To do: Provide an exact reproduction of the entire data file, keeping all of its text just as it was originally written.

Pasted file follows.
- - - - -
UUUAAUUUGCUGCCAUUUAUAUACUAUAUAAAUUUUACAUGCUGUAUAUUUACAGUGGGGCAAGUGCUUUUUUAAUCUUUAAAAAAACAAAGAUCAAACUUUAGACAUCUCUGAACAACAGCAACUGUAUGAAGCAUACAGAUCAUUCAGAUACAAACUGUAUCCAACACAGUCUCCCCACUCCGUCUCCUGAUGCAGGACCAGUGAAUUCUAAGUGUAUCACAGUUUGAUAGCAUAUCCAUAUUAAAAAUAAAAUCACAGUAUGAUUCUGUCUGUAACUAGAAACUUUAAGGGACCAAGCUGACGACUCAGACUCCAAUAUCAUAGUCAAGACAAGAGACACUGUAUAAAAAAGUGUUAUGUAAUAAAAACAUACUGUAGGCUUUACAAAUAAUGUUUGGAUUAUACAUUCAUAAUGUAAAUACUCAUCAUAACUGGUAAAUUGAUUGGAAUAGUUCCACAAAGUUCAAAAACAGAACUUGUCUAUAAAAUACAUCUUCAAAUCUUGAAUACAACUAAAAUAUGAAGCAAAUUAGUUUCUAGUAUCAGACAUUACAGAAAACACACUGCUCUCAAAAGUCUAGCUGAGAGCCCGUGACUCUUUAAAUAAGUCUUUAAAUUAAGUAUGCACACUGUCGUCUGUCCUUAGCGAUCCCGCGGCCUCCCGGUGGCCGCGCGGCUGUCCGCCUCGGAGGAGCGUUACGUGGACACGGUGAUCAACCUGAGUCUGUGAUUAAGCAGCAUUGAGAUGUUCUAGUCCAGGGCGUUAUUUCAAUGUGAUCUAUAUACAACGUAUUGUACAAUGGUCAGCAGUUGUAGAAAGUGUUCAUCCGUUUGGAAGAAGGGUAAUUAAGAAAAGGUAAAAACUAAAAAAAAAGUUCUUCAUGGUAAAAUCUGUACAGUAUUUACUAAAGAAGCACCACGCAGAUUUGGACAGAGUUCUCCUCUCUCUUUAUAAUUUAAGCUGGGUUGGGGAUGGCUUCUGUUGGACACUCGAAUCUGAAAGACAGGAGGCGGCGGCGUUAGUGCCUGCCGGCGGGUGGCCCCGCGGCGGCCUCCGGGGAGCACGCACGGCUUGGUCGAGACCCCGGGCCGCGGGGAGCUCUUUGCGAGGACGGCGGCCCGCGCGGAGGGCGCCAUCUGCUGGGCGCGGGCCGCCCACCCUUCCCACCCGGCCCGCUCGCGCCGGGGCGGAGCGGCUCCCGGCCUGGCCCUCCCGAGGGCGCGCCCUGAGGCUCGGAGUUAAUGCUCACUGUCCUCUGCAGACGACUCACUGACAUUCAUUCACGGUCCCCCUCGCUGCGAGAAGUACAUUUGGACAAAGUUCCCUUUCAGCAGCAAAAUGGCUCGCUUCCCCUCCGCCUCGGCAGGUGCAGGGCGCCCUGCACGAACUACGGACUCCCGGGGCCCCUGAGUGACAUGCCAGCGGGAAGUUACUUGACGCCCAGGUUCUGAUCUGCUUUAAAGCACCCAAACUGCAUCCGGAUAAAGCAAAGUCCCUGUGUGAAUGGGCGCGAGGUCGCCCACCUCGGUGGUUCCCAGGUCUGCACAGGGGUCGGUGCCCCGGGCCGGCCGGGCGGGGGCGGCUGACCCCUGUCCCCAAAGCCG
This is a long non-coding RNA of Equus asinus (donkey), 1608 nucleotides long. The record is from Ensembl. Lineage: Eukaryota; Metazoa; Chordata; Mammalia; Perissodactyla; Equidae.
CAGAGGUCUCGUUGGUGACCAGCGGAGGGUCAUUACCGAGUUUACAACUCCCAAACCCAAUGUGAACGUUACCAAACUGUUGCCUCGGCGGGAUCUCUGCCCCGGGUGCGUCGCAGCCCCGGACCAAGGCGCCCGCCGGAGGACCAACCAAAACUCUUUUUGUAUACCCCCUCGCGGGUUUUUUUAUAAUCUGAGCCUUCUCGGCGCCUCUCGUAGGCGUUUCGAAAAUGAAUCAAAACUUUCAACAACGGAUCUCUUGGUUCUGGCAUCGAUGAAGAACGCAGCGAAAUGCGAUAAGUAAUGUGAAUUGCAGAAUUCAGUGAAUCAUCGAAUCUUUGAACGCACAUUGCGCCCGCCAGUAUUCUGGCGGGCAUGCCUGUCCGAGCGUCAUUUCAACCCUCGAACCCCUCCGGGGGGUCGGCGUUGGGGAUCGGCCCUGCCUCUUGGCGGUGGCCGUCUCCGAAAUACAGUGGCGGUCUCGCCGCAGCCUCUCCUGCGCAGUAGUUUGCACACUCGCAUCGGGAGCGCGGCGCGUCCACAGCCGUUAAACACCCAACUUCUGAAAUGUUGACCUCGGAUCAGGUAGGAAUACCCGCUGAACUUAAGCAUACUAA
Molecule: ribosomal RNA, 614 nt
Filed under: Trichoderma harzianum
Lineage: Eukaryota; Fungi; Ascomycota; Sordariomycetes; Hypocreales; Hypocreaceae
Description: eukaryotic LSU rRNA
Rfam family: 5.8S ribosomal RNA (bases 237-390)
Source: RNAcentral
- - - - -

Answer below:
UUUAAUUUGCUGCCAUUUAUAUACUAUAUAAAUUUUACAUGCUGUAUAUUUACAGUGGGGCAAGUGCUUUUUUAAUCUUUAAAAAAACAAAGAUCAAACUUUAGACAUCUCUGAACAACAGCAACUGUAUGAAGCAUACAGAUCAUUCAGAUACAAACUGUAUCCAACACAGUCUCCCCACUCCGUCUCCUGAUGCAGGACCAGUGAAUUCUAAGUGUAUCACAGUUUGAUAGCAUAUCCAUAUUAAAAAUAAAAUCACAGUAUGAUUCUGUCUGUAACUAGAAACUUUAAGGGACCAAGCUGACGACUCAGACUCCAAUAUCAUAGUCAAGACAAGAGACACUGUAUAAAAAAGUGUUAUGUAAUAAAAACAUACUGUAGGCUUUACAAAUAAUGUUUGGAUUAUACAUUCAUAAUGUAAAUACUCAUCAUAACUGGUAAAUUGAUUGGAAUAGUUCCACAAAGUUCAAAAACAGAACUUGUCUAUAAAAUACAUCUUCAAAUCUUGAAUACAACUAAAAUAUGAAGCAAAUUAGUUUCUAGUAUCAGACAUUACAGAAAACACACUGCUCUCAAAAGUCUAGCUGAGAGCCCGUGACUCUUUAAAUAAGUCUUUAAAUUAAGUAUGCACACUGUCGUCUGUCCUUAGCGAUCCCGCGGCCUCCCGGUGGCCGCGCGGCUGUCCGCCUCGGAGGAGCGUUACGUGGACACGGUGAUCAACCUGAGUCUGUGAUUAAGCAGCAUUGAGAUGUUCUAGUCCAGGGCGUUAUUUCAAUGUGAUCUAUAUACAACGUAUUGUACAAUGGUCAGCAGUUGUAGAAAGUGUUCAUCCGUUUGGAAGAAGGGUAAUUAAGAAAAGGUAAAAACUAAAAAAAAAGUUCUUCAUGGUAAAAUCUGUACAGUAUUUACUAAAGAAGCACCACGCAGAUUUGGACAGAGUUCUCCUCUCUCUUUAUAAUUUAAGCUGGGUUGGGGAUGGCUUCUGUUGGACACUCGAAUCUGAAAGACAGGAGGCGGCGGCGUUAGUGCCUGCCGGCGGGUGGCCCCGCGGCGGCCUCCGGGGAGCACGCACGGCUUGGUCGAGACCCCGGGCCGCGGGGAGCUCUUUGCGAGGACGGCGGCCCGCGCGGAGGGCGCCAUCUGCUGGGCGCGGGCCGCCCACCCUUCCCACCCGGCCCGCUCGCGCCGGGGCGGAGCGGCUCCCGGCCUGGCCCUCCCGAGGGCGCGCCCUGAGGCUCGGAGUUAAUGCUCACUGUCCUCUGCAGACGACUCACUGACAUUCAUUCACGGUCCCCCUCGCUGCGAGAAGUACAUUUGGACAAAGUUCCCUUUCAGCAGCAAAAUGGCUCGCUUCCCCUCCGCCUCGGCAGGUGCAGGGCGCCCUGCACGAACUACGGACUCCCGGGGCCCCUGAGUGACAUGCCAGCGGGAAGUUACUUGACGCCCAGGUUCUGAUCUGCUUUAAAGCACCCAAACUGCAUCCGGAUAAAGCAAAGUCCCUGUGUGAAUGGGCGCGAGGUCGCCCACCUCGGUGGUUCCCAGGUCUGCACAGGGGUCGGUGCCCCGGGCCGGCCGGGCGGGGGCGGCUGACCCCUGUCCCCAAAGCCG
This is a long non-coding RNA of Equus asinus (donkey), 1608 nucleotides long. The record is from Ensembl. Lineage: Eukaryota; Metazoa; Chordata; Mammalia; Perissodactyla; Equidae.
CAGAGGUCUCGUUGGUGACCAGCGGAGGGUCAUUACCGAGUUUACAACUCCCAAACCCAAUGUGAACGUUACCAAACUGUUGCCUCGGCGGGAUCUCUGCCCCGGGUGCGUCGCAGCCCCGGACCAAGGCGCCCGCCGGAGGACCAACCAAAACUCUUUUUGUAUACCCCCUCGCGGGUUUUUUUAUAAUCUGAGCCUUCUCGGCGCCUCUCGUAGGCGUUUCGAAAAUGAAUCAAAACUUUCAACAACGGAUCUCUUGGUUCUGGCAUCGAUGAAGAACGCAGCGAAAUGCGAUAAGUAAUGUGAAUUGCAGAAUUCAGUGAAUCAUCGAAUCUUUGAACGCACAUUGCGCCCGCCAGUAUUCUGGCGGGCAUGCCUGUCCGAGCGUCAUUUCAACCCUCGAACCCCUCCGGGGGGUCGGCGUUGGGGAUCGGCCCUGCCUCUUGGCGGUGGCCGUCUCCGAAAUACAGUGGCGGUCUCGCCGCAGCCUCUCCUGCGCAGUAGUUUGCACACUCGCAUCGGGAGCGCGGCGCGUCCACAGCCGUUAAACACCCAACUUCUGAAAUGUUGACCUCGGAUCAGGUAGGAAUACCCGCUGAACUUAAGCAUACUAA
Molecule: ribosomal RNA, 614 nt
Filed under: Trichoderma harzianum
Lineage: Eukaryota; Fungi; Ascomycota; Sordariomycetes; Hypocreales; Hypocreaceae
Description: eukaryotic LSU rRNA
Rfam family: 5.8S ribosomal RNA (bases 237-390)
Source: RNAcentral